A worker in a blue shirt which has an America flag patch on it folds his arms

President Donald Trump believes globalisation has not helped blue collar American workers

For more than 70 years, the United States has supported multilateral trade liberalisation, complemented by free trade initiatives at the regional and bilateral levels. But President Donald Trump has thrown traditional US trade policy into a state of turbulence.

During his election campaign he threatened to pull the country out of the World Trade Organization (WTO); in office he has taken steps to withdraw the US from the Trans-Pacific Partnership trade agreement and warned that the North American Free Trade Agreement (NAFTA) will be renegotiated in line with US requirements or be similarly subject to withdrawal.

The new trade policy does not necessarily preclude further trade liberalisation, however. For example, new bilateral trade accords could be agreed and WTO agreements might be advanced in areas such as intellectual-property rights. President Trump has supported the idea of a US bilateral accord with the UK, for instance, and has spoken of the need to improve protection of US trade secrets, an area where progress might be had via the WTO.

Mr Trump’s motivation for trade policy reform is anchored in the perceived negative impacts of globalisation for the US economy and its workers. He thinks trade arrangements are often unfair or outdated, and are abused by some countries. Existing trade agreements are regarded as failing to deliver appropriate economic opportunity for America.

His supporters point to allegedly unfair competition from China; US manufacturers outsourcing production (especially to Mexico); the persistent US trade deficit; countries that tax imports while exempting exporters; and currency manipulation.

US manufacturing output is reaching new highs and remains robust

In particular, some blame the loss of jobs in US manufacturing on the NAFTA agreement with Canada and Mexico, the US-Korea Free Trade Agreement, and China’s accession to the WTO.

But while the US had not had a current-account balance-of-payments surplus since 1991, many economists say this imbalance is driven by macro-economic factors, including the low US savings rate, rather than trade. It is thus not readily addressed by protectionist measures.

US household consumption is above par for a high-income country but its investment remains about average, requiring strong inflows of capital from abroad. And while export growth has been strong, imports have grown even faster.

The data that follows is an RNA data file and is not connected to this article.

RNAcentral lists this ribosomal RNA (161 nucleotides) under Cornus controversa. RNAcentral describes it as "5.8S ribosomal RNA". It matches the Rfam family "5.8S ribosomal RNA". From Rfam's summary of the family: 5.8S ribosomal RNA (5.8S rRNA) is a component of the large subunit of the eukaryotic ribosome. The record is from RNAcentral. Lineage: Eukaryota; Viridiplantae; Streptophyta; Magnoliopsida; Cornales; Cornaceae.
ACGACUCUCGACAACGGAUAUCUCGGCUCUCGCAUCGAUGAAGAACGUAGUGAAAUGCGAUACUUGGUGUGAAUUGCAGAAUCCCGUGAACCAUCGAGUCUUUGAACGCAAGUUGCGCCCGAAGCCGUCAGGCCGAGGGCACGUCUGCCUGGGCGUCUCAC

US manufacturing output is nevertheless reaching new highs and remains robust, while US manufacturing employment is weak, down 29 per cent in 20 years. But this largely reflects improved productivity and technological change – not competition from imports. Import competition accounts for a quarter or less of the job losses.

Indeed, while Germany runs a substantial current-account surplus, its manufacturing employment has declined as a share of its economy too. And despite the US current-account deficit shrinking between 2006 and 2009, manufacturing employment continued falling.

While US manufacturing output has risen to new highs, services have done even better as the economy’s composition shifts from one sector to the other. Thus, a process of structural adjustment has been underway.

The US is not alone in seeking protectionist measures, though. Since the great recession, G20 countries have implemented 14 to 21 new measures a month, taking the total to 5,436 by January 2017 and affecting perhaps more than 5 per cent of global trade.

These measures already raise the costs, sometimes impeding trade entirely for certain products along specific corridors. Yet tougher US measures could provoke further protectionist actions in retaliation, weighing even more heavily on economic growth.

Protectionism is not the answer to the stress in the US labour market. Rather, policies to address distributional challenges and support adjustment are needed – for example, infrastructure investment, effective education and training, and an appropriate social safety net.

This research was first published on 20 January 2017.
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